First, a U.S. Savings Bond is a bond instrument issued by the U.S. Government and can be purchased on the U.S. Treasury website. They are purchased at a 50% discount on the face value and at maturity can be surrendered at their face value. The difference between the purchase price and the maturity proceeds (face value) is considered the interest earned on the bond. These bonds have a 30 year bond maturity term, so in each year, one-thirtieth of the difference is deemed to be earned interest.
Virtually all of us are cash basis taxpayers, and as such we would normally recognize interest on the savings bonds only at maturity or redemption of the bond, which is the default method. The bank or the U.S. Treasury would issue the 1099-INT for the amount of interest and we simply pay income tax on that interest amount.
An alternative method allowed would be to pay tax on the interest earned a prorate basis for each year the bond is owned. This method is referred to as the accrual method. By way of example, if you purchase a $1,000 bond for $500, the prorated interest earned each year would be 1/30th of $500, or about $17 per year. Once you start using this method, you must continue to use it for all U.S. Bonds you own (E, EE, and I) forever, unless you request, and receive, permission from the IRS to change back to cash basis method of reporting.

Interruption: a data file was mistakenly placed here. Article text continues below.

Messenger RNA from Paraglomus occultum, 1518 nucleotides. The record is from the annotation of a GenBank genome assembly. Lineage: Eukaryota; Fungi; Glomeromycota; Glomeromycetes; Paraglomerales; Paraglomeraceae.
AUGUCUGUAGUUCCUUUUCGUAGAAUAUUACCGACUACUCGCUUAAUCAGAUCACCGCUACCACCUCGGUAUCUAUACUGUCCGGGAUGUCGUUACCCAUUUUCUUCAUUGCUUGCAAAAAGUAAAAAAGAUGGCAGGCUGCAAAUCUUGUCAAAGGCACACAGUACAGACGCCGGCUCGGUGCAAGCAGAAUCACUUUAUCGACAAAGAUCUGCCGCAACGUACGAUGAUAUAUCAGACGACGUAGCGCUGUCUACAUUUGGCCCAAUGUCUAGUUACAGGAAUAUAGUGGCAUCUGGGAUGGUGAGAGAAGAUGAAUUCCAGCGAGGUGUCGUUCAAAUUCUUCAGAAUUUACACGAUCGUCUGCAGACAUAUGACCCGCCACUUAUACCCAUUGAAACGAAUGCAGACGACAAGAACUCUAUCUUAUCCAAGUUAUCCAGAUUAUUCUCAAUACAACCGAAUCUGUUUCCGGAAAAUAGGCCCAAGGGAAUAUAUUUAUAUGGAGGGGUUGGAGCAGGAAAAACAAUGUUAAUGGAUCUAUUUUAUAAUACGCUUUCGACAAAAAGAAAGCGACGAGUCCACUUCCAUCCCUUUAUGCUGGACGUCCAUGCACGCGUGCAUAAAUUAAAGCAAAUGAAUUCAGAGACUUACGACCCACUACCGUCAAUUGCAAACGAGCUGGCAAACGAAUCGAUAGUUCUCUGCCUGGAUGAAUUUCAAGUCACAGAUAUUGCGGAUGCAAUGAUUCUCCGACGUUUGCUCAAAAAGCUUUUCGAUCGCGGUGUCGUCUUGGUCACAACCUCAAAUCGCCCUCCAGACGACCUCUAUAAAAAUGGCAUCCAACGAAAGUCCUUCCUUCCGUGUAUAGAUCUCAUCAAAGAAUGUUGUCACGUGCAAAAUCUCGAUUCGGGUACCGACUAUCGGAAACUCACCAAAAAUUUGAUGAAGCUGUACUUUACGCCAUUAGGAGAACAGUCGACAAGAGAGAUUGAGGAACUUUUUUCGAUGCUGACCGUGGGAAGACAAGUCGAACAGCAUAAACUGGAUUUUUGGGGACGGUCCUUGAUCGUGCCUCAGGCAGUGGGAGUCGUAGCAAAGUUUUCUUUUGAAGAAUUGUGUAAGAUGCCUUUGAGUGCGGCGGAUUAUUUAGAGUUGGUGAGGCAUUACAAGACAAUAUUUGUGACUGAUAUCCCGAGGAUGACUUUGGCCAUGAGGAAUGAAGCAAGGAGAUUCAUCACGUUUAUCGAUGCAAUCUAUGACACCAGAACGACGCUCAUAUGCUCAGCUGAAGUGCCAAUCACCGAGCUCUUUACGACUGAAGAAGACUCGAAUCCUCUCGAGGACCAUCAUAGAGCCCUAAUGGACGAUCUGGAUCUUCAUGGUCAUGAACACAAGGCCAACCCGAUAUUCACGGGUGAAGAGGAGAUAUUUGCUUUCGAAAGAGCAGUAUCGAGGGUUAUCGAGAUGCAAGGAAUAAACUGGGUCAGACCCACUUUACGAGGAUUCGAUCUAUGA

Does the accrual method make sense? In theory it may, but the amount of recordkeeping necessary would quickly defeat any gain in tax savings. Only in rare cases would it be fruitful to make the accrual election. A notable exception may be in the case of a decedent owning a significant amount of savings bonds where the executor (executrix, or personal representative of the estate) would make the election to have the interest taxed in the decedent’s final income tax return.
Note that if you plan to cash your bonds in the same year you will pay for higher educational expenses, you may want to use the cash method because you may be able to exclude the interest from your income. That is, if the proceeds are used for qualified educational expenses.
The taxation discussion above is for Federal income tax. The good news is that most states, including Pennsylvania, excludes such U.S. Savings Bond interest from taxation, regardless of the method used.
Lastly, as to the investment merits, the EE bond rates are bouncing along the bottom as are most other money account rates of only a fraction of a percent (currently about .20%), but the I bonds currently are at 1.76% and carry a unique feature in that the rate changes with the inflation rate. As to safety, let’s all hope they are as safe as they’ve been since President Franklin D. Roosevelt signed the legislation authorizing the first bonds in 1935.
Bruce Baer, CPA is managing partner of Baer and Company, CPAs located in Morgantown. Questions and comments can be directed to Bruce at Bruce@BaerAndCompanyCPAs.com.
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